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FAIR HAVEN GOP: FOCUSED ON FINANCE

marchese-lucarelliBob Marchese and Ben Lucarelli in Lucarelli’s Red Bank office. (Photo by Dustin Racioppi)

By DUSTIN RACIOPPI

This year’s Republican candidates for Fair Haven borough council haven’t gotten caught up in the latest political buzzword “change.” For Ben Lucarelli and Bob Marchese, it’s more of an “If it ain’t broke, don’t fix it” mentality.

But that doesn’t mean the GOP running mates will be able to sit pat if elected to the council. As Lucarelli sees it, change is coming whether anybody likes it or not.  The state’s fiscal problems, he said, will have an effect on small towns like Fair Haven because they’ll lose a big percentage of state aid. He and Marchese are more concerned about managing that change rather than creating it.

“Fair Haven is not broke. The state of New Jersey is broke and shattered,” Lucarelli, owner of Lucarelli Construction Company in Red Bank, said.

“Because of that, the state’s going to be in very dire straits,” he added. “We’re going to hit the point very quickly where the state just can’t sustain the way it’s doing business. Period. End of story.”

That means the task for whomever gets elected to the council will be to cut costs and generate revenue without raising taxes, said Marchese, a Brooklyn native who has lived in Fair Haven since 1995.

It’s a daunting task to say the least, considering state aid in recent years had been around $600,000, and last year accounted for about $400,000 of the borough’s $3.5 million budget. This year Lucarelli isn’t sure what amount to anticipate, if anything.

“That’s a big percentage of our budget that we’re just not going to get anymore,” Lucarelli said. “We’re a small town, we do everything right, and yet we’re part of this organism that’s sick. Our job moving forward is defending this town and shielding ourselves from this sickness.”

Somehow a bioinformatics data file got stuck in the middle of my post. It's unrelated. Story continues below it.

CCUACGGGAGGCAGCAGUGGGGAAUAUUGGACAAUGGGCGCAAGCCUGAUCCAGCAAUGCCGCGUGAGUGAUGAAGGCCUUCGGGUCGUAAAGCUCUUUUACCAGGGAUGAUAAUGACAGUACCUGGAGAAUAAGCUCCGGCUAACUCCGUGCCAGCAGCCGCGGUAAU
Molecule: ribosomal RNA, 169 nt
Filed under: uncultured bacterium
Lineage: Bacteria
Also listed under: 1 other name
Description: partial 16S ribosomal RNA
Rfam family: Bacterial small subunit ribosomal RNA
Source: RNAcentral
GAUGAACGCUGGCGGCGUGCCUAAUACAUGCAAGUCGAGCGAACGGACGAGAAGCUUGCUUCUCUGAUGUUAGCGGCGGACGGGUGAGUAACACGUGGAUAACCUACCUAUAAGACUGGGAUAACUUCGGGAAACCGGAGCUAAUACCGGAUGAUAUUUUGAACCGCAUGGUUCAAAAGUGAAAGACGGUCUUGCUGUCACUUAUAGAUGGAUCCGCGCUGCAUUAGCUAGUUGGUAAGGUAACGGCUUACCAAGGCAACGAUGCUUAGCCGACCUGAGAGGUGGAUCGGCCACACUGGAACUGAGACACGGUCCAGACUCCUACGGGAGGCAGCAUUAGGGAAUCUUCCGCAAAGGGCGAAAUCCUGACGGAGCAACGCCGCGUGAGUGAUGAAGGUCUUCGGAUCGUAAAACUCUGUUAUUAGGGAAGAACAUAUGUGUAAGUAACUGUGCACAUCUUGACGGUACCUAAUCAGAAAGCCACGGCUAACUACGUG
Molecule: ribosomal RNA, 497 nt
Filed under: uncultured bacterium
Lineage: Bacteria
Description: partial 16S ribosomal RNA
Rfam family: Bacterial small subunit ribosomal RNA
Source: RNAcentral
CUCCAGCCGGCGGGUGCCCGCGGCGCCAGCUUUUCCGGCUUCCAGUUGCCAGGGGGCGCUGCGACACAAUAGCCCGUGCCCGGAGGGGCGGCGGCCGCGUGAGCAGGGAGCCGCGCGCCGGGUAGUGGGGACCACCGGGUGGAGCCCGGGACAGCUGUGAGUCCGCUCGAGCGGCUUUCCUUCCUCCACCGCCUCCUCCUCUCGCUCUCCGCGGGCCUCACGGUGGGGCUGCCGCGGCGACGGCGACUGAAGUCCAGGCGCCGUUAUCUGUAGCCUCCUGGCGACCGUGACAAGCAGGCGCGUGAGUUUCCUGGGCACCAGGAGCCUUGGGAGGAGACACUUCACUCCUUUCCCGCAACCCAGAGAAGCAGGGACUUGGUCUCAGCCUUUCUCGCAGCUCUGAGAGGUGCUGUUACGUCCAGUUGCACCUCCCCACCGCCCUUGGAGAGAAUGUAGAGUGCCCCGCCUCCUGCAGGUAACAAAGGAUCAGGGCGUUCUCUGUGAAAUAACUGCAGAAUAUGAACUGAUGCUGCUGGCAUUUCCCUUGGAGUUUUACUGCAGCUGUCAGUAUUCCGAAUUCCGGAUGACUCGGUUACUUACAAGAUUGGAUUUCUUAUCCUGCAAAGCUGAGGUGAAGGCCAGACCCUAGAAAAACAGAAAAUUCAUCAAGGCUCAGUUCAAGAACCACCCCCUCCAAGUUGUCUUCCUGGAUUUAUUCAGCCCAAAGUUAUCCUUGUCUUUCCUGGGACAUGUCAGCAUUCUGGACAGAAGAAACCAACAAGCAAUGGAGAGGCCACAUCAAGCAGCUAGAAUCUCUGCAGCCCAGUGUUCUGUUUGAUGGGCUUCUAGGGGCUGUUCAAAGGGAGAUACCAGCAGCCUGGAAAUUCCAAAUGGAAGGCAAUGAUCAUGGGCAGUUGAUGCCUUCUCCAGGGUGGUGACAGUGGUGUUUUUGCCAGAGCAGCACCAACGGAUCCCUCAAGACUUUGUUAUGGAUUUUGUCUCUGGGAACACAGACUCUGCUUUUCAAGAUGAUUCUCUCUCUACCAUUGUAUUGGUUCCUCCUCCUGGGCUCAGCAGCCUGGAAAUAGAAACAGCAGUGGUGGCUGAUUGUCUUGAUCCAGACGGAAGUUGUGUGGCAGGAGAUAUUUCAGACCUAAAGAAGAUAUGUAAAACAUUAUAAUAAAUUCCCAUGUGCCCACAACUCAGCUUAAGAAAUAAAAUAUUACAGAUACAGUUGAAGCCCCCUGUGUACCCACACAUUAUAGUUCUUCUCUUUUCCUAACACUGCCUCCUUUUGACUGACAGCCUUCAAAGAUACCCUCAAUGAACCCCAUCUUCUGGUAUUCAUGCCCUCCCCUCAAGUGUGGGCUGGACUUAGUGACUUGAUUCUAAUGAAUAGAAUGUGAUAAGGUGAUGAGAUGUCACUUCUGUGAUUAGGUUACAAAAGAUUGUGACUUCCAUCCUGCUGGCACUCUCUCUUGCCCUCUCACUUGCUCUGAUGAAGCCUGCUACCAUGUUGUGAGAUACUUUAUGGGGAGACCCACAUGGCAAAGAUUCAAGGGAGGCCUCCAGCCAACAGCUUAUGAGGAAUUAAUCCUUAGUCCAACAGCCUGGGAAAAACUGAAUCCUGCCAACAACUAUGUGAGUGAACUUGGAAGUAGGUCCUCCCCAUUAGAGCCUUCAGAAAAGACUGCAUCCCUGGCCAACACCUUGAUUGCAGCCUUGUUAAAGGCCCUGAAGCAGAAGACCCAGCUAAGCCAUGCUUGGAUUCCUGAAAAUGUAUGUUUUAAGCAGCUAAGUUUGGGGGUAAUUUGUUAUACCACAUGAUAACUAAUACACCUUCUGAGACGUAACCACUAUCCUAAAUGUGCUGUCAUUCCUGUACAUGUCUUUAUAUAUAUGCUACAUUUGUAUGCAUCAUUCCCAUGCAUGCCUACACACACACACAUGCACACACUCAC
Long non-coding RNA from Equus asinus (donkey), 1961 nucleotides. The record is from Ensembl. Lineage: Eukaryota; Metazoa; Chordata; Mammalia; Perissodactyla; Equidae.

Lucarelli, who has been on the council since January, when he filled the role of Thomas Gilmour, said so far the council has proven it can stifle spending and municipal tax increases. Both have gone down in the last two years, Lucarelli said.

He and Marchese say keeping taxes down will take aggressiveness toward sharing services and being open to opportunities that are presented.

Marchese also suggested a tax discount program, in which a property owner who pays his or her taxes in advance would get a small discount. Then the borough would take what was paid and invest it at a higher rate than the discount.

“It’s going to take a bunch of small steps to make progress,” Marchese said.

All this, while maintaining services and what Lucarelli said people in Fair Haven really want — a small town, Mayberry-like feel.

“Our biggest task is maintaining the fabric of small town culture,” Lucarelli said.

That includes increasing school safety. Marchese says it’s too easy for anybody to walk into the borough’s two schools. Improvements, like security cameras linked with the county dispatch center, must be made.

“I think the benefit versus the cost of doing this is extremely cost-efficient,” Marchese said.

In the process of accomplishing these goals, Lucarelli and Marchese say they want a minimal presence in residents’ lives. The campaign slogan on the back of their business cards reads: “Lower taxes + smaller government = more (economic) freedom.”

“Government should never suit up and play in the game,” said Marchese, a Red Bank-based lawyer. “It should only suit up to be the referee the match, and enforce the rules and regulations that are already in place. It’s important to keep Fair Haven moving in the direction that it is.”

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